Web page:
Forever and Ever (Until We Change Our Minds), Amen


Partially inspired by some of the comments on this post, I’ve been thinking about the extent to which followers of a particular religion should be held responsible for the comments and actions of its leaders. I’ve come across people asking why anyone is still a Catholic when the Pope has largely turned a blind eye to priests molesting children. While I understand where this question comes from, I don’t know that I really agree with it. Catholicism entails certain beliefs, and I suppose respect for the Pope is one of those, but I don’t see why it necessarily means thinking the Pope’s poop doesn’t stink. I feel that someone can follow a religion without agreeing to all of its teachings, especially when those ideas are under constant debate and criticism anyway. Religion is, after all, a personal matter. There are limits, and when a person really doesn’t believe much of anything taught by a religion, then it’s kind of odd to self-identify as a follower of that belief system. Even then, though, people do. Sometimes they go through the motions to avoid upsetting family members or authorities, and other times they consider a religion to be part of their heritage even if they don’t believe it. This is especially the case for Jews, but I think it’s become true to a certain extent for Christians as well. Although I’m personally an atheist and hold the doctrine of salvation by faith alone to be rather disturbing, I’m still of Protestant heritage. Among Christians, however, it seems to be largely Catholics who retain the culture while casting off some of the beliefs.


I think part of the fault here might lie in the argument I’ve heard both positively from believers and negatively from unbelievers, which is that religion is unchanging. I have to say that I find this argument totally bogus. Of course religion changes! If you were to compare the behaviors and attitudes of followers of the same religions centuries ago to those today, you’d find a lot of differences. Christian denominations have come to accept new scientific discoveries, and revised their theology over the years. I will concede, however, that religion is SLOW to change, and that religious leaders want to preserve the illusion that religion is unchanging. After all, why would the Almighty give His followers inaccurate or incomplete guidelines? I would say that’s a large part of why some prominent churches today are still resistant to ideas like gay marriage. If they’ve taught for centuries that God is strongly opposed to homosexuality and birth control, the church changing its stance would be admitting to a flaw in supposedly sacred teachings. If their views do change over time, they’ll probably have to initiate those changes in a subtle way that suggests this was REALLY what they believed all along. While I would prefer that people not base their lives on the teachings of religious leaders, I also don’t think that belonging to a certain religion indicates tacit support of its leaders’ more unsavory positions.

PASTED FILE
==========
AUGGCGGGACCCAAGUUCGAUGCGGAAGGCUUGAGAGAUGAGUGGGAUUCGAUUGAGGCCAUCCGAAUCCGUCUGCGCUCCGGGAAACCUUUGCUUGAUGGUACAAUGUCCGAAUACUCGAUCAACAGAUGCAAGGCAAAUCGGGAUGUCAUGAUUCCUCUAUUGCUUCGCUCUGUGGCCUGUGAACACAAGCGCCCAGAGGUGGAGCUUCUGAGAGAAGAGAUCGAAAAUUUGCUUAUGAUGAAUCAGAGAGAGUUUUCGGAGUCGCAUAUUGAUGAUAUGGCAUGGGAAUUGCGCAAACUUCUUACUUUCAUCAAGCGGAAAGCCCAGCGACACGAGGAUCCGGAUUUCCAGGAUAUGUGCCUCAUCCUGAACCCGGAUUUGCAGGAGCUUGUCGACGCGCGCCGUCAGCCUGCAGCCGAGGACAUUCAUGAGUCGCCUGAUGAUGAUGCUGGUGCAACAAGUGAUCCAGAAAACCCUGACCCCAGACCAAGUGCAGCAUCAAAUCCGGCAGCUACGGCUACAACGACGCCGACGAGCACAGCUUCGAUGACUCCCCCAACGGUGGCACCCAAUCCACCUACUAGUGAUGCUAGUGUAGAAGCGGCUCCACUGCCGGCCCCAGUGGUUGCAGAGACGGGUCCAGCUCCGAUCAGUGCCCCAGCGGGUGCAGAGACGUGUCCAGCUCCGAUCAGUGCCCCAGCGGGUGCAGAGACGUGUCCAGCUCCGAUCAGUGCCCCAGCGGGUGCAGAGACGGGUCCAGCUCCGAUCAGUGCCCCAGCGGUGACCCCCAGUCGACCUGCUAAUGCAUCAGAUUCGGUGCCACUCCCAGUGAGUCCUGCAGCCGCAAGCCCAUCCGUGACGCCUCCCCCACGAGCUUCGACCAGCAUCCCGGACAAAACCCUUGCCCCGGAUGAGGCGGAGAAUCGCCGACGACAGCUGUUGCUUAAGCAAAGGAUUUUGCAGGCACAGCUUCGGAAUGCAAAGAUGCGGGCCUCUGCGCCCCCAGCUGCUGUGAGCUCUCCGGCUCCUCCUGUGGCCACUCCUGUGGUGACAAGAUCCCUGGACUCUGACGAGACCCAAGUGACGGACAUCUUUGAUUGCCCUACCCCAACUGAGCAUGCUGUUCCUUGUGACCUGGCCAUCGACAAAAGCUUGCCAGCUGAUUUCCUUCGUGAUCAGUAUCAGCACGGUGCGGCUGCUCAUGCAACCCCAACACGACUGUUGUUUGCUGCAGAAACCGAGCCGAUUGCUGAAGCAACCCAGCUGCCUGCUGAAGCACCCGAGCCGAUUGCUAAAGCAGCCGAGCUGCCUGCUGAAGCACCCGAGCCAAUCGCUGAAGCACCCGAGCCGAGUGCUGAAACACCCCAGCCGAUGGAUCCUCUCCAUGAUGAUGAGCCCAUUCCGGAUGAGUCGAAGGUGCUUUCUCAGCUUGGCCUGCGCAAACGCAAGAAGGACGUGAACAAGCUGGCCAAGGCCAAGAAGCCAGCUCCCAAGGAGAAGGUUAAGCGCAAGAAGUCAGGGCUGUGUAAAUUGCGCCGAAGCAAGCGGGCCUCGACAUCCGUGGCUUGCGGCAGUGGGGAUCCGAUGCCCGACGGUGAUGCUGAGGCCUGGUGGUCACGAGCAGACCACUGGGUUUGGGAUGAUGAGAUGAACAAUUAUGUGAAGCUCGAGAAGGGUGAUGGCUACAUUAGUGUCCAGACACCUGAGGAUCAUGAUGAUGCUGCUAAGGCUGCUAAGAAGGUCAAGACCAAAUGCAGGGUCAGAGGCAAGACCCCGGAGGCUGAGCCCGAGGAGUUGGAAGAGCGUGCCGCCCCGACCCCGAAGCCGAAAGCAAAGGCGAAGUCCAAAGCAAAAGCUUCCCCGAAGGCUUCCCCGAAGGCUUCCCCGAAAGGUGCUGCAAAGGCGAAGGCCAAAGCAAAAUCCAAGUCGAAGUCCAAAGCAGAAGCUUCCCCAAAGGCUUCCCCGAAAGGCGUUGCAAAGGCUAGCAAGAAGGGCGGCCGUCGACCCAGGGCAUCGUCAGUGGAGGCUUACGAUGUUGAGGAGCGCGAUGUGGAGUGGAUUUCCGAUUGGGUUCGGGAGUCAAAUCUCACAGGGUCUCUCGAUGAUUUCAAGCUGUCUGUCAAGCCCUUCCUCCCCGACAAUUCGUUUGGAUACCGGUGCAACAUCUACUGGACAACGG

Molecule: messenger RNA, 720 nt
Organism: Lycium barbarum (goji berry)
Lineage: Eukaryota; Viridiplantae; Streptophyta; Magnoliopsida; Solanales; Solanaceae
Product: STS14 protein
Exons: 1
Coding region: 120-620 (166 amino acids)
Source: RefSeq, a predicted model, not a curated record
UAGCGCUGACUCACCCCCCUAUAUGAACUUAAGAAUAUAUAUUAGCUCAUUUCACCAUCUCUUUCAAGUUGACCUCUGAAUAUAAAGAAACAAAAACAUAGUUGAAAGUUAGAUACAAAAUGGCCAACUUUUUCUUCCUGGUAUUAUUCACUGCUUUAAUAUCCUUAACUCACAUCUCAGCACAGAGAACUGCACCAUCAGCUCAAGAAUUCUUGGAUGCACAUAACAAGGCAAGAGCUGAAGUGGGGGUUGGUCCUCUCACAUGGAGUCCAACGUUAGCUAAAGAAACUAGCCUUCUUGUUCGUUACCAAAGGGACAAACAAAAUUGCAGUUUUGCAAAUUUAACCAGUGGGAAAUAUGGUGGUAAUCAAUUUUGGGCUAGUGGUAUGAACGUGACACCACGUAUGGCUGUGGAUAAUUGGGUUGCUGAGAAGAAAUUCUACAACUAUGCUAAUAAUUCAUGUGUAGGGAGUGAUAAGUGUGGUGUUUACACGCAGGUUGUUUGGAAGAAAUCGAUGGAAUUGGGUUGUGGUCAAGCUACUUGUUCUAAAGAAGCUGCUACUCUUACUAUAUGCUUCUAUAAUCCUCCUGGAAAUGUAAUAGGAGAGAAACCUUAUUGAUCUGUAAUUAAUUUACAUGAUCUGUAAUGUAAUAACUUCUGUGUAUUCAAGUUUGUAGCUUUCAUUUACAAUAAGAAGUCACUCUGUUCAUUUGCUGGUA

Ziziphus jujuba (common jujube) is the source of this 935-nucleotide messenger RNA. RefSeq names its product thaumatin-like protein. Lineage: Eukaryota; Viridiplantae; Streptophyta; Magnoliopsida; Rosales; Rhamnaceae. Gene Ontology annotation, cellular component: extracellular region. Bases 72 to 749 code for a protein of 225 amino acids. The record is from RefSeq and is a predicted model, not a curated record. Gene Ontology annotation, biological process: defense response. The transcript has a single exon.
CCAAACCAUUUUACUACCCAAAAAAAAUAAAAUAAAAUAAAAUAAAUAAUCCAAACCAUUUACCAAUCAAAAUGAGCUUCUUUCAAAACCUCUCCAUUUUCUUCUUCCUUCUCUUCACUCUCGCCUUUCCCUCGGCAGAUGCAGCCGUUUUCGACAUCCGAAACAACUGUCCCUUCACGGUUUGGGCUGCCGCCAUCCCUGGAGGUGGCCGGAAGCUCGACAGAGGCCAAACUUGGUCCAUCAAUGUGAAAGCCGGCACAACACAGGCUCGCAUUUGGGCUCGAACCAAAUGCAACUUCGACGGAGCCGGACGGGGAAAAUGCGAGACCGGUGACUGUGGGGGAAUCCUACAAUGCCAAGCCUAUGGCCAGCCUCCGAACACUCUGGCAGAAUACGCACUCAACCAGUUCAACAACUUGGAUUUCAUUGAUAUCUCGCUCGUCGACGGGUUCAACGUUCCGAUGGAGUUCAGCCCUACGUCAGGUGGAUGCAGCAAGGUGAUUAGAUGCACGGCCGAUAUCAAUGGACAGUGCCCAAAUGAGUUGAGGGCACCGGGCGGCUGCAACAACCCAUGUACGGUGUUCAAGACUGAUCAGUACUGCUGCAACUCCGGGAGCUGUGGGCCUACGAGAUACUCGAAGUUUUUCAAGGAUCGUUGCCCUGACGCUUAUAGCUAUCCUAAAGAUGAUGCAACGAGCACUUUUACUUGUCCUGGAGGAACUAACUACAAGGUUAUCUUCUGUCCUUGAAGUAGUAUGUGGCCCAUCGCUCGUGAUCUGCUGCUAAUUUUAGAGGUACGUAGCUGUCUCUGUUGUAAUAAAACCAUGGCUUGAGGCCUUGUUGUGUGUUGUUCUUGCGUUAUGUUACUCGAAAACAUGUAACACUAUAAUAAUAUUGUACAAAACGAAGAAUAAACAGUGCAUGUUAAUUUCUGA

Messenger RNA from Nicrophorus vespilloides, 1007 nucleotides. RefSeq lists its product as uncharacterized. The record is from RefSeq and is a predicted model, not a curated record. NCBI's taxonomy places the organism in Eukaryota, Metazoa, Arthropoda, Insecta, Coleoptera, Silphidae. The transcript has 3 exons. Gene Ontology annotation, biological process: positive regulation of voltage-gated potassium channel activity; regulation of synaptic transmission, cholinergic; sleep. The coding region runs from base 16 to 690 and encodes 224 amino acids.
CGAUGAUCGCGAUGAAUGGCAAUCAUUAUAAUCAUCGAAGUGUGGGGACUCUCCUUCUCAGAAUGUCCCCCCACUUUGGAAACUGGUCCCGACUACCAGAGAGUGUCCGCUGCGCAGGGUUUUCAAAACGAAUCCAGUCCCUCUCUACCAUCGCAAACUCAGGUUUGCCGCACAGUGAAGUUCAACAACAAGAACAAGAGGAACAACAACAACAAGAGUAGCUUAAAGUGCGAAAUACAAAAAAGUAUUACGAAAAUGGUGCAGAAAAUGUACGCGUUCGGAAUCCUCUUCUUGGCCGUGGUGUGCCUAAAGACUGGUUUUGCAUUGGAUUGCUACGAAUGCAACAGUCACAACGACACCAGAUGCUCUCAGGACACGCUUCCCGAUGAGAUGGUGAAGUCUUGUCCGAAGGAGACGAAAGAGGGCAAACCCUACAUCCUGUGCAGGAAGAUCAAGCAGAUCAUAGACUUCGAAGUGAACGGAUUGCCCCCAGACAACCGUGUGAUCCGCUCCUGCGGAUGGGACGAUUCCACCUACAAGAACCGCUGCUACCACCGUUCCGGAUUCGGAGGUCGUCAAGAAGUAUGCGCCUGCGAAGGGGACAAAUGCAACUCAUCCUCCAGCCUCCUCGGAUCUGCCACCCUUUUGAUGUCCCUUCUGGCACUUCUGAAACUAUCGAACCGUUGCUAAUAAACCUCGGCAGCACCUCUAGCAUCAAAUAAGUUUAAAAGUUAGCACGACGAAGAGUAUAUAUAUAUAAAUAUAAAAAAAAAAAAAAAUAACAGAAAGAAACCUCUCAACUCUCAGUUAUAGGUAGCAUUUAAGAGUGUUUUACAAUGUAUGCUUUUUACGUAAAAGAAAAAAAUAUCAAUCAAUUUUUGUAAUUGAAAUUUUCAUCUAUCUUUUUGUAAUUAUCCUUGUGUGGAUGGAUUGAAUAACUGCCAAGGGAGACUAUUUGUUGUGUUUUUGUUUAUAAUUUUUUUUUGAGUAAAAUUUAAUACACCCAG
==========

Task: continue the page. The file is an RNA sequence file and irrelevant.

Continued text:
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3 Responses to Forever and Ever (Until We Change Our Minds), Amen

  1. vilajunkie says:

    I think the idea that Catholics retain cultural ties even while rejecting certain beliefs is because many Catholic (and Orthodox, too, while I’m thinking about it) families come from “ethnic” cultures–that is, ethnicities that don’t quite follow the WASPy norms of the first American colonists. I don’t really know how to explain it myself, but countries like Ireland, Spain, Mexico, Poland, Lithuania, Greece, and so on have cultures that have been influenced as much by religion as by history. I guess what I mean is, pre-Christian culture in most Catholic countries was syncretized with the Catholic culture when the countries were converted. Such as all kinds of Irish art combining Christian imagery with pagan Celtic designs. I guess enthnicities and countries that are primarily Protestant are more likely to separate secular culture from Christian culture. *sigh* I don’t think I’m saying any of this right, but maybe someone else can word it better.

    • I know exactly what vilajunkie is trying to say! But I don’t know that I can say it better, only that I can chime in AS a Catholic and say “Yes, that’s exactly it!” When I was younger I actually considered “Catholic” my ethnicity, in as much as my family didn’t really have any ethnic traditions from any of its actual Old Countries (despite my unpronounceable Eastern-European last name. Most of my actual ethnicity, precentage-wise, is English-been-in-America-since-Colonial-Times, which is boring, but somehow cancelled out anything my Slovak or Swedish ancestors might have thrown in to the pot). But being at church events made me feel like I had a real cultural identity, and it was a strange mix of Italian and Irish and Polish… and Catholic. And I still feel there’s a cultural identification thing happening, not just with me but with everyone I know who was raised Catholic (and my family aren’t even STRICT Catholics, no Catholic school or family rosaries or any of that), it’s a mutual understanding, and very little of it actually has to do with RELIGION somehow. It does, but it doesn’t. It’s not about beliefs. I think belief-wise I’m actually closer to a Unitarian than a Catholic. But yet I totally, fully, consider myself still and always a Catholic. What’s up with that? It’s a CULTURE.

      • Nathan says:

        I’m largely English myself, despite the fact that my parents have mainland European names. I also have a lot of German ancestry, though. I believe a good many of my ancestors were Presbyterians (as were both sets of my grandparents), but the Czechs might have originally been Catholic.

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